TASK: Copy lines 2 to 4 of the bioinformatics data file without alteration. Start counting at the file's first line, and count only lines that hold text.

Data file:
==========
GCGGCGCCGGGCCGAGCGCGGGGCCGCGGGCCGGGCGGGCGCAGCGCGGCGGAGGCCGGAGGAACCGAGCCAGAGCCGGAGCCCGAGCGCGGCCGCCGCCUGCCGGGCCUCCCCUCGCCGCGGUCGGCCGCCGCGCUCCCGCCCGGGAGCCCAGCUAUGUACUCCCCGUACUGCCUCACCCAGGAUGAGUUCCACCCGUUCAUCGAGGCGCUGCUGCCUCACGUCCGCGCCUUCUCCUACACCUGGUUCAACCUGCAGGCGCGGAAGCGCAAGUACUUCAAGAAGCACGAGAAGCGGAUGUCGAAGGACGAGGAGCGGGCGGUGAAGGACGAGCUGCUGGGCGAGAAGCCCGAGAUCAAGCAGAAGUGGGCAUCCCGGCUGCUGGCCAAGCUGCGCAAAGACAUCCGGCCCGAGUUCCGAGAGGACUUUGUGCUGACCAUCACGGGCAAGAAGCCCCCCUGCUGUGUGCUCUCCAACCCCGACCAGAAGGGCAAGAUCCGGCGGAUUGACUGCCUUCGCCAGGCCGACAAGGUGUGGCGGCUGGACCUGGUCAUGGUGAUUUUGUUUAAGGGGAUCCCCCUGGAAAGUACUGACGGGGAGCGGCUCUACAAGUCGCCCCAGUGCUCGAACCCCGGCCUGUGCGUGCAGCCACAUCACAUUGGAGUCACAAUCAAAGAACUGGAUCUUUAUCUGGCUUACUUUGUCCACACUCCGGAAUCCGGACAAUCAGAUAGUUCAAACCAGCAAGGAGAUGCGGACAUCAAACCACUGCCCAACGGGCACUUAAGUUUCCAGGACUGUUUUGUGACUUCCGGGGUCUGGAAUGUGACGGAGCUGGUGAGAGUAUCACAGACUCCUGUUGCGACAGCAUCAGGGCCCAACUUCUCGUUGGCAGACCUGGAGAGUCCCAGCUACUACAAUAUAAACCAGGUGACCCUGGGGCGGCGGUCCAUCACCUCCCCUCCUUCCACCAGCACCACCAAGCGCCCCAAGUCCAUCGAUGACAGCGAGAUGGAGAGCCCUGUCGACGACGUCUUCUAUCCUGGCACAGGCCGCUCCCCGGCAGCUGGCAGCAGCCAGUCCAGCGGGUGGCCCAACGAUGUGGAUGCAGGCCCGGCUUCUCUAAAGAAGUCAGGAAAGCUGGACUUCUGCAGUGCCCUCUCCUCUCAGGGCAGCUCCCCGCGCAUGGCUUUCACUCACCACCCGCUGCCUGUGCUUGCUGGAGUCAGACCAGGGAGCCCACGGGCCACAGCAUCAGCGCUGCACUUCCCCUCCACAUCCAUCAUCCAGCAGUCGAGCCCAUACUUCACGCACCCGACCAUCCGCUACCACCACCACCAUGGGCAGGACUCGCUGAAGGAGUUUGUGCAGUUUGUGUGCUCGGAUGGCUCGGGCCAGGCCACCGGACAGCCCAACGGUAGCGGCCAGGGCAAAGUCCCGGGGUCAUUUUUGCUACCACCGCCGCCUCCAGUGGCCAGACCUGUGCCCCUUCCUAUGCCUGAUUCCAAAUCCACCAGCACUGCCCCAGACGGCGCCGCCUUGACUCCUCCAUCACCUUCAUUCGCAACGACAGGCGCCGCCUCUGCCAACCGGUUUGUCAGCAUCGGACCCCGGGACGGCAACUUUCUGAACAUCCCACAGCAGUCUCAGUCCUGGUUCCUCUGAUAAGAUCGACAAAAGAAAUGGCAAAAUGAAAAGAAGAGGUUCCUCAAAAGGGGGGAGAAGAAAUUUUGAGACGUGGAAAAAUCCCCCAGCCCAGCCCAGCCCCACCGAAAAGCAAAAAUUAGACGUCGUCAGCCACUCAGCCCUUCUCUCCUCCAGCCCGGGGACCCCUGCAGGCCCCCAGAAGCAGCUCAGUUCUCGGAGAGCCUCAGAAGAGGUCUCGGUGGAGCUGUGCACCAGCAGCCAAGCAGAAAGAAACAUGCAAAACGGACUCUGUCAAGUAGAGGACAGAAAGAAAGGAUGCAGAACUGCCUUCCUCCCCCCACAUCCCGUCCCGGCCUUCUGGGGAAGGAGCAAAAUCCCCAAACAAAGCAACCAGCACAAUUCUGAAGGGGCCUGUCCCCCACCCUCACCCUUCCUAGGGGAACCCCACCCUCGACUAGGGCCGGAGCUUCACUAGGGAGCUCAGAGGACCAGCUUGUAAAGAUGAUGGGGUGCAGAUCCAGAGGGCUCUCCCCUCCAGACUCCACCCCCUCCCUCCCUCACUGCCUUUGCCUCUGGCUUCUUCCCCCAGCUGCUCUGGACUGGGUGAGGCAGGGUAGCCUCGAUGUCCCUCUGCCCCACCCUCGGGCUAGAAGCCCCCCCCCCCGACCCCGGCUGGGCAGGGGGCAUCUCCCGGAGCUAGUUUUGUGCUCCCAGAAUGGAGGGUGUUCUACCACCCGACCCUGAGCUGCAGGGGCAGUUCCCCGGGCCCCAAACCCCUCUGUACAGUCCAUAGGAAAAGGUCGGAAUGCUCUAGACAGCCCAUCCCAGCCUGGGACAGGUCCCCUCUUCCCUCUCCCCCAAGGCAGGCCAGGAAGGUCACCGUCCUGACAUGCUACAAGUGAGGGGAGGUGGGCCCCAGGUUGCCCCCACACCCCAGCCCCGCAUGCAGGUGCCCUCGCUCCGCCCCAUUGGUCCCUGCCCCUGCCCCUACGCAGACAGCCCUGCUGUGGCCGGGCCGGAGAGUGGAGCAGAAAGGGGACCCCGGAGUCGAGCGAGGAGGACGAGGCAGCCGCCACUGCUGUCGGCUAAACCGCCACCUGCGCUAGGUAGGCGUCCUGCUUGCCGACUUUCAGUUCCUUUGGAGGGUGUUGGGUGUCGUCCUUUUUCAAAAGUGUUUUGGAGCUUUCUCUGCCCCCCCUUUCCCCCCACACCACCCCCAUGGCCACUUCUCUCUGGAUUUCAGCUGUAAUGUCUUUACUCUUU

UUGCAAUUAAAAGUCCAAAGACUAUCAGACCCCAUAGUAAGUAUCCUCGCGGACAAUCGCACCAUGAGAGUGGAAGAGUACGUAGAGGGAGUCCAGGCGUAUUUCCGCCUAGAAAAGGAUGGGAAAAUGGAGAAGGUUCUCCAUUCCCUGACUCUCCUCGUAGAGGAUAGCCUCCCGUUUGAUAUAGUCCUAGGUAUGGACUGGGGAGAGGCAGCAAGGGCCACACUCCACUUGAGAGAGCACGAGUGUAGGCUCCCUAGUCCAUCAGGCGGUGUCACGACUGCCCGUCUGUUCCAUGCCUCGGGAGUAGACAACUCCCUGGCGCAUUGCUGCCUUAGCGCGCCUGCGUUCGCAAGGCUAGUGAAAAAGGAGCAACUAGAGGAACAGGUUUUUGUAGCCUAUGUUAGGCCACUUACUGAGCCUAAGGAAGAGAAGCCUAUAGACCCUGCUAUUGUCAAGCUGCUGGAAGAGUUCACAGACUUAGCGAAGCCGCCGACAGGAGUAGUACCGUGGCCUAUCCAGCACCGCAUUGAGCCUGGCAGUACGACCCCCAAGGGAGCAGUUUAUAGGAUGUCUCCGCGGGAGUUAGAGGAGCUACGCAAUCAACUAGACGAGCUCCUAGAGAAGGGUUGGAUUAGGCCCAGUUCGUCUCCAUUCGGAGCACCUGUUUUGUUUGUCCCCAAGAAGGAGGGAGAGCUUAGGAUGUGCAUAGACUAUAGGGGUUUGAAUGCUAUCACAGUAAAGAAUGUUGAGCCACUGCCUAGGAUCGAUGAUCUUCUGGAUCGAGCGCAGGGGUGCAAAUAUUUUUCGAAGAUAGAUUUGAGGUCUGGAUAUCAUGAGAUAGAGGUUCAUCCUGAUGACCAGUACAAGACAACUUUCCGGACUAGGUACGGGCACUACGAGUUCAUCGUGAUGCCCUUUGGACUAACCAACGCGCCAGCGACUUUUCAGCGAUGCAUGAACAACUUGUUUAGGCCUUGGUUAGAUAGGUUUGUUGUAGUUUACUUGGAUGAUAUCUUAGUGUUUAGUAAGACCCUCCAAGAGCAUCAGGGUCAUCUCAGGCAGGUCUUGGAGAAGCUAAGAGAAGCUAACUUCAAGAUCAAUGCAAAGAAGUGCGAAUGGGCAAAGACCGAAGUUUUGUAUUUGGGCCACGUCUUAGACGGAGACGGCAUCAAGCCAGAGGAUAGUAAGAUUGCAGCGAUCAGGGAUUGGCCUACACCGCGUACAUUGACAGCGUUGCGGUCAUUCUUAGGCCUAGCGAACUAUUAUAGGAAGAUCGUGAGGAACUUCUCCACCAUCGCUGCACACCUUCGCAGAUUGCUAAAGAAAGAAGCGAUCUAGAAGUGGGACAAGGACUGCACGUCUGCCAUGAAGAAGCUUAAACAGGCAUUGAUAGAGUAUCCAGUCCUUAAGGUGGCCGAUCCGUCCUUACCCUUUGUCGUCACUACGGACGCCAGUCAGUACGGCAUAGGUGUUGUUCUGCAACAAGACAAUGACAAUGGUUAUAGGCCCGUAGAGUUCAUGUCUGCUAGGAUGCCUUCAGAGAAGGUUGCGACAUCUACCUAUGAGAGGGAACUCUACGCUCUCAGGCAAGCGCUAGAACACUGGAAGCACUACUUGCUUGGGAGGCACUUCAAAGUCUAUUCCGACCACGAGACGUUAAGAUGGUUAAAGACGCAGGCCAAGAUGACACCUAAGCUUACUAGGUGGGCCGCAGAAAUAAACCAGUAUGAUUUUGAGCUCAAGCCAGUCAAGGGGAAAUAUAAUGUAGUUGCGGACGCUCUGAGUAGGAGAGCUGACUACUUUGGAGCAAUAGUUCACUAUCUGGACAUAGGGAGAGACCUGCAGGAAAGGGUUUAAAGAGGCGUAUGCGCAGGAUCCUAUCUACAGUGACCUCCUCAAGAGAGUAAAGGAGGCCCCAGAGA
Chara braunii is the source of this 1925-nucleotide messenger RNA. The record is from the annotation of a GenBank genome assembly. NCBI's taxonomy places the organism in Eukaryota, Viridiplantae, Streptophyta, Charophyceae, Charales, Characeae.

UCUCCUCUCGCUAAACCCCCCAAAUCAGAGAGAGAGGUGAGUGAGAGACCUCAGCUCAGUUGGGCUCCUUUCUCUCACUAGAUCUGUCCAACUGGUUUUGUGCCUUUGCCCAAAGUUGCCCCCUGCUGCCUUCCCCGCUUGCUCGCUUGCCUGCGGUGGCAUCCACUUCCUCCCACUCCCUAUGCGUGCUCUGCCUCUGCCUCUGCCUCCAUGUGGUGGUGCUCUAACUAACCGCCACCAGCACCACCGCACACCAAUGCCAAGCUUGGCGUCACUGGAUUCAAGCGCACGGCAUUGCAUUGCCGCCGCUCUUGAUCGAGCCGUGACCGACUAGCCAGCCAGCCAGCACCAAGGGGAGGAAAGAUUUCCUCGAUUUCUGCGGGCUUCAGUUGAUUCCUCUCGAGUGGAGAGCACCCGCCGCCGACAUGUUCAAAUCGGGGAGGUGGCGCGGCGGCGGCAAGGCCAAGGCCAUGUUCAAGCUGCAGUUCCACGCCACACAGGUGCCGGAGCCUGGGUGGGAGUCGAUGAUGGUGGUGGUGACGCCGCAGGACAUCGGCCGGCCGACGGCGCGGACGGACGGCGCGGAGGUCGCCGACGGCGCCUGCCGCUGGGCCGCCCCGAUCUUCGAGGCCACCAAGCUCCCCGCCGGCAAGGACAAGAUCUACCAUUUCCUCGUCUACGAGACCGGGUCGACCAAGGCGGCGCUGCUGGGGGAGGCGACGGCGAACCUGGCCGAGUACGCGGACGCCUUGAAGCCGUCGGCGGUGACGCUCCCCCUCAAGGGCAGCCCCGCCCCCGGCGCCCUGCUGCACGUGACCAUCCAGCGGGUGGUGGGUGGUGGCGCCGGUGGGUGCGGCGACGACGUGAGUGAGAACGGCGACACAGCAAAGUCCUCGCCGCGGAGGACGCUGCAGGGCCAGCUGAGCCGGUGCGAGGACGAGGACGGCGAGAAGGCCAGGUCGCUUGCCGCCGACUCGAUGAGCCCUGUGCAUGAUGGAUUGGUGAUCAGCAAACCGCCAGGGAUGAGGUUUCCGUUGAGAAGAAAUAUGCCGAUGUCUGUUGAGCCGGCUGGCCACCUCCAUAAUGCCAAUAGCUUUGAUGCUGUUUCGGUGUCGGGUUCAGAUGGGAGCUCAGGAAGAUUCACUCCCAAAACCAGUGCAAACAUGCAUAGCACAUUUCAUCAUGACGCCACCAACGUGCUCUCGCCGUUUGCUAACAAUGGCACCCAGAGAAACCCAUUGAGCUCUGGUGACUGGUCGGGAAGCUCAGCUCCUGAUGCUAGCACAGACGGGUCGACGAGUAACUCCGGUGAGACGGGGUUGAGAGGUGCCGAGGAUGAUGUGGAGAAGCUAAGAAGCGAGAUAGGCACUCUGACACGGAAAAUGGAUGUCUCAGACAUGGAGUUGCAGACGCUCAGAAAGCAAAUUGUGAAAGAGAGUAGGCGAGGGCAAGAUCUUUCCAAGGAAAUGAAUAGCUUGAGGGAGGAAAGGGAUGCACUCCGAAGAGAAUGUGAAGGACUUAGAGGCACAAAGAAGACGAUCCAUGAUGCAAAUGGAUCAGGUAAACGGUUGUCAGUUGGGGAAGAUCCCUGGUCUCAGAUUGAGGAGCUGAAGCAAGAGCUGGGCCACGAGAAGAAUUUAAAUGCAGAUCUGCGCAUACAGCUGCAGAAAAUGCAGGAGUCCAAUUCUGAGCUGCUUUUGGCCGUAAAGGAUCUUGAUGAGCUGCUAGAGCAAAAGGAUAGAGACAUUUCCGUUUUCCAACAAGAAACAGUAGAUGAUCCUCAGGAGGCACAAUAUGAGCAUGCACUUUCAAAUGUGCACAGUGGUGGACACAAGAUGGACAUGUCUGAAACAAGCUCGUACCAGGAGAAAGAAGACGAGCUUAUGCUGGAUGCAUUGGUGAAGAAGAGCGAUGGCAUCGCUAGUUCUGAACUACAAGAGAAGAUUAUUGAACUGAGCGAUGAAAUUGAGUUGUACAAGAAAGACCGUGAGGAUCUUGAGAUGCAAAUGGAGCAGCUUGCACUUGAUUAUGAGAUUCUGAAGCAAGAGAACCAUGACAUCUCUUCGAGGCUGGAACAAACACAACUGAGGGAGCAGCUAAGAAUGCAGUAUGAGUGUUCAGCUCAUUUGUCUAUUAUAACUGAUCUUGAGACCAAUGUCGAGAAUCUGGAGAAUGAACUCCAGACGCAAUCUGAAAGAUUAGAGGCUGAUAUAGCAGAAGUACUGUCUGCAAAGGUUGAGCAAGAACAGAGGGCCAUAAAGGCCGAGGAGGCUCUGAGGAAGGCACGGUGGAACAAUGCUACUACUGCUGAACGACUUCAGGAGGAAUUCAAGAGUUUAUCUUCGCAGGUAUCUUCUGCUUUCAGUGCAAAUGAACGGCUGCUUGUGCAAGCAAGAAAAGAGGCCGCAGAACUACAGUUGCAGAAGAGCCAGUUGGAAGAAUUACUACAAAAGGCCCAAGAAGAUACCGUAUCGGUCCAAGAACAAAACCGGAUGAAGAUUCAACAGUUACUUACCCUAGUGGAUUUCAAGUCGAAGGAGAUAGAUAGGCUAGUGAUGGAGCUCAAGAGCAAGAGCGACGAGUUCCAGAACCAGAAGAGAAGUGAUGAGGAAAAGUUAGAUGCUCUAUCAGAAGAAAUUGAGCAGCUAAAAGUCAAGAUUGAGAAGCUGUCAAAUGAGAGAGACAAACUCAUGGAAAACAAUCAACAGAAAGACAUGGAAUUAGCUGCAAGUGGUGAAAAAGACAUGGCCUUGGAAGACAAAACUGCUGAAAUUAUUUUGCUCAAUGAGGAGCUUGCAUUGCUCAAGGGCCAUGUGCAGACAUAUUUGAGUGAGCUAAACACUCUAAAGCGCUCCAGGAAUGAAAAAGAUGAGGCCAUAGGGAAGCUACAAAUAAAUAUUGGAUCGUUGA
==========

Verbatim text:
UUGCAAUUAAAAGUCCAAAGACUAUCAGACCCCAUAGUAAGUAUCCUCGCGGACAAUCGCACCAUGAGAGUGGAAGAGUACGUAGAGGGAGUCCAGGCGUAUUUCCGCCUAGAAAAGGAUGGGAAAAUGGAGAAGGUUCUCCAUUCCCUGACUCUCCUCGUAGAGGAUAGCCUCCCGUUUGAUAUAGUCCUAGGUAUGGACUGGGGAGAGGCAGCAAGGGCCACACUCCACUUGAGAGAGCACGAGUGUAGGCUCCCUAGUCCAUCAGGCGGUGUCACGACUGCCCGUCUGUUCCAUGCCUCGGGAGUAGACAACUCCCUGGCGCAUUGCUGCCUUAGCGCGCCUGCGUUCGCAAGGCUAGUGAAAAAGGAGCAACUAGAGGAACAGGUUUUUGUAGCCUAUGUUAGGCCACUUACUGAGCCUAAGGAAGAGAAGCCUAUAGACCCUGCUAUUGUCAAGCUGCUGGAAGAGUUCACAGACUUAGCGAAGCCGCCGACAGGAGUAGUACCGUGGCCUAUCCAGCACCGCAUUGAGCCUGGCAGUACGACCCCCAAGGGAGCAGUUUAUAGGAUGUCUCCGCGGGAGUUAGAGGAGCUACGCAAUCAACUAGACGAGCUCCUAGAGAAGGGUUGGAUUAGGCCCAGUUCGUCUCCAUUCGGAGCACCUGUUUUGUUUGUCCCCAAGAAGGAGGGAGAGCUUAGGAUGUGCAUAGACUAUAGGGGUUUGAAUGCUAUCACAGUAAAGAAUGUUGAGCCACUGCCUAGGAUCGAUGAUCUUCUGGAUCGAGCGCAGGGGUGCAAAUAUUUUUCGAAGAUAGAUUUGAGGUCUGGAUAUCAUGAGAUAGAGGUUCAUCCUGAUGACCAGUACAAGACAACUUUCCGGACUAGGUACGGGCACUACGAGUUCAUCGUGAUGCCCUUUGGACUAACCAACGCGCCAGCGACUUUUCAGCGAUGCAUGAACAACUUGUUUAGGCCUUGGUUAGAUAGGUUUGUUGUAGUUUACUUGGAUGAUAUCUUAGUGUUUAGUAAGACCCUCCAAGAGCAUCAGGGUCAUCUCAGGCAGGUCUUGGAGAAGCUAAGAGAAGCUAACUUCAAGAUCAAUGCAAAGAAGUGCGAAUGGGCAAAGACCGAAGUUUUGUAUUUGGGCCACGUCUUAGACGGAGACGGCAUCAAGCCAGAGGAUAGUAAGAUUGCAGCGAUCAGGGAUUGGCCUACACCGCGUACAUUGACAGCGUUGCGGUCAUUCUUAGGCCUAGCGAACUAUUAUAGGAAGAUCGUGAGGAACUUCUCCACCAUCGCUGCACACCUUCGCAGAUUGCUAAAGAAAGAAGCGAUCUAGAAGUGGGACAAGGACUGCACGUCUGCCAUGAAGAAGCUUAAACAGGCAUUGAUAGAGUAUCCAGUCCUUAAGGUGGCCGAUCCGUCCUUACCCUUUGUCGUCACUACGGACGCCAGUCAGUACGGCAUAGGUGUUGUUCUGCAACAAGACAAUGACAAUGGUUAUAGGCCCGUAGAGUUCAUGUCUGCUAGGAUGCCUUCAGAGAAGGUUGCGACAUCUACCUAUGAGAGGGAACUCUACGCUCUCAGGCAAGCGCUAGAACACUGGAAGCACUACUUGCUUGGGAGGCACUUCAAAGUCUAUUCCGACCACGAGACGUUAAGAUGGUUAAAGACGCAGGCCAAGAUGACACCUAAGCUUACUAGGUGGGCCGCAGAAAUAAACCAGUAUGAUUUUGAGCUCAAGCCAGUCAAGGGGAAAUAUAAUGUAGUUGCGGACGCUCUGAGUAGGAGAGCUGACUACUUUGGAGCAAUAGUUCACUAUCUGGACAUAGGGAGAGACCUGCAGGAAAGGGUUUAAAGAGGCGUAUGCGCAGGAUCCUAUCUACAGUGACCUCCUCAAGAGAGUAAAGGAGGCCCCAGAGA
Chara braunii is the source of this 1925-nucleotide messenger RNA. The record is from the annotation of a GenBank genome assembly. NCBI's taxonomy places the organism in Eukaryota, Viridiplantae, Streptophyta, Charophyceae, Charales, Characeae.

UCUCCUCUCGCUAAACCCCCCAAAUCAGAGAGAGAGGUGAGUGAGAGACCUCAGCUCAGUUGGGCUCCUUUCUCUCACUAGAUCUGUCCAACUGGUUUUGUGCCUUUGCCCAAAGUUGCCCCCUGCUGCCUUCCCCGCUUGCUCGCUUGCCUGCGGUGGCAUCCACUUCCUCCCACUCCCUAUGCGUGCUCUGCCUCUGCCUCUGCCUCCAUGUGGUGGUGCUCUAACUAACCGCCACCAGCACCACCGCACACCAAUGCCAAGCUUGGCGUCACUGGAUUCAAGCGCACGGCAUUGCAUUGCCGCCGCUCUUGAUCGAGCCGUGACCGACUAGCCAGCCAGCCAGCACCAAGGGGAGGAAAGAUUUCCUCGAUUUCUGCGGGCUUCAGUUGAUUCCUCUCGAGUGGAGAGCACCCGCCGCCGACAUGUUCAAAUCGGGGAGGUGGCGCGGCGGCGGCAAGGCCAAGGCCAUGUUCAAGCUGCAGUUCCACGCCACACAGGUGCCGGAGCCUGGGUGGGAGUCGAUGAUGGUGGUGGUGACGCCGCAGGACAUCGGCCGGCCGACGGCGCGGACGGACGGCGCGGAGGUCGCCGACGGCGCCUGCCGCUGGGCCGCCCCGAUCUUCGAGGCCACCAAGCUCCCCGCCGGCAAGGACAAGAUCUACCAUUUCCUCGUCUACGAGACCGGGUCGACCAAGGCGGCGCUGCUGGGGGAGGCGACGGCGAACCUGGCCGAGUACGCGGACGCCUUGAAGCCGUCGGCGGUGACGCUCCCCCUCAAGGGCAGCCCCGCCCCCGGCGCCCUGCUGCACGUGACCAUCCAGCGGGUGGUGGGUGGUGGCGCCGGUGGGUGCGGCGACGACGUGAGUGAGAACGGCGACACAGCAAAGUCCUCGCCGCGGAGGACGCUGCAGGGCCAGCUGAGCCGGUGCGAGGACGAGGACGGCGAGAAGGCCAGGUCGCUUGCCGCCGACUCGAUGAGCCCUGUGCAUGAUGGAUUGGUGAUCAGCAAACCGCCAGGGAUGAGGUUUCCGUUGAGAAGAAAUAUGCCGAUGUCUGUUGAGCCGGCUGGCCACCUCCAUAAUGCCAAUAGCUUUGAUGCUGUUUCGGUGUCGGGUUCAGAUGGGAGCUCAGGAAGAUUCACUCCCAAAACCAGUGCAAACAUGCAUAGCACAUUUCAUCAUGACGCCACCAACGUGCUCUCGCCGUUUGCUAACAAUGGCACCCAGAGAAACCCAUUGAGCUCUGGUGACUGGUCGGGAAGCUCAGCUCCUGAUGCUAGCACAGACGGGUCGACGAGUAACUCCGGUGAGACGGGGUUGAGAGGUGCCGAGGAUGAUGUGGAGAAGCUAAGAAGCGAGAUAGGCACUCUGACACGGAAAAUGGAUGUCUCAGACAUGGAGUUGCAGACGCUCAGAAAGCAAAUUGUGAAAGAGAGUAGGCGAGGGCAAGAUCUUUCCAAGGAAAUGAAUAGCUUGAGGGAGGAAAGGGAUGCACUCCGAAGAGAAUGUGAAGGACUUAGAGGCACAAAGAAGACGAUCCAUGAUGCAAAUGGAUCAGGUAAACGGUUGUCAGUUGGGGAAGAUCCCUGGUCUCAGAUUGAGGAGCUGAAGCAAGAGCUGGGCCACGAGAAGAAUUUAAAUGCAGAUCUGCGCAUACAGCUGCAGAAAAUGCAGGAGUCCAAUUCUGAGCUGCUUUUGGCCGUAAAGGAUCUUGAUGAGCUGCUAGAGCAAAAGGAUAGAGACAUUUCCGUUUUCCAACAAGAAACAGUAGAUGAUCCUCAGGAGGCACAAUAUGAGCAUGCACUUUCAAAUGUGCACAGUGGUGGACACAAGAUGGACAUGUCUGAAACAAGCUCGUACCAGGAGAAAGAAGACGAGCUUAUGCUGGAUGCAUUGGUGAAGAAGAGCGAUGGCAUCGCUAGUUCUGAACUACAAGAGAAGAUUAUUGAACUGAGCGAUGAAAUUGAGUUGUACAAGAAAGACCGUGAGGAUCUUGAGAUGCAAAUGGAGCAGCUUGCACUUGAUUAUGAGAUUCUGAAGCAAGAGAACCAUGACAUCUCUUCGAGGCUGGAACAAACACAACUGAGGGAGCAGCUAAGAAUGCAGUAUGAGUGUUCAGCUCAUUUGUCUAUUAUAACUGAUCUUGAGACCAAUGUCGAGAAUCUGGAGAAUGAACUCCAGACGCAAUCUGAAAGAUUAGAGGCUGAUAUAGCAGAAGUACUGUCUGCAAAGGUUGAGCAAGAACAGAGGGCCAUAAAGGCCGAGGAGGCUCUGAGGAAGGCACGGUGGAACAAUGCUACUACUGCUGAACGACUUCAGGAGGAAUUCAAGAGUUUAUCUUCGCAGGUAUCUUCUGCUUUCAGUGCAAAUGAACGGCUGCUUGUGCAAGCAAGAAAAGAGGCCGCAGAACUACAGUUGCAGAAGAGCCAGUUGGAAGAAUUACUACAAAAGGCCCAAGAAGAUACCGUAUCGGUCCAAGAACAAAACCGGAUGAAGAUUCAACAGUUACUUACCCUAGUGGAUUUCAAGUCGAAGGAGAUAGAUAGGCUAGUGAUGGAGCUCAAGAGCAAGAGCGACGAGUUCCAGAACCAGAAGAGAAGUGAUGAGGAAAAGUUAGAUGCUCUAUCAGAAGAAAUUGAGCAGCUAAAAGUCAAGAUUGAGAAGCUGUCAAAUGAGAGAGACAAACUCAUGGAAAACAAUCAACAGAAAGACAUGGAAUUAGCUGCAAGUGGUGAAAAAGACAUGGCCUUGGAAGACAAAACUGCUGAAAUUAUUUUGCUCAAUGAGGAGCUUGCAUUGCUCAAGGGCCAUGUGCAGACAUAUUUGAGUGAGCUAAACACUCUAAAGCGCUCCAGGAAUGAAAAAGAUGAGGCCAUAGGGAAGCUACAAAUAAAUAUUGGAUCGUUGA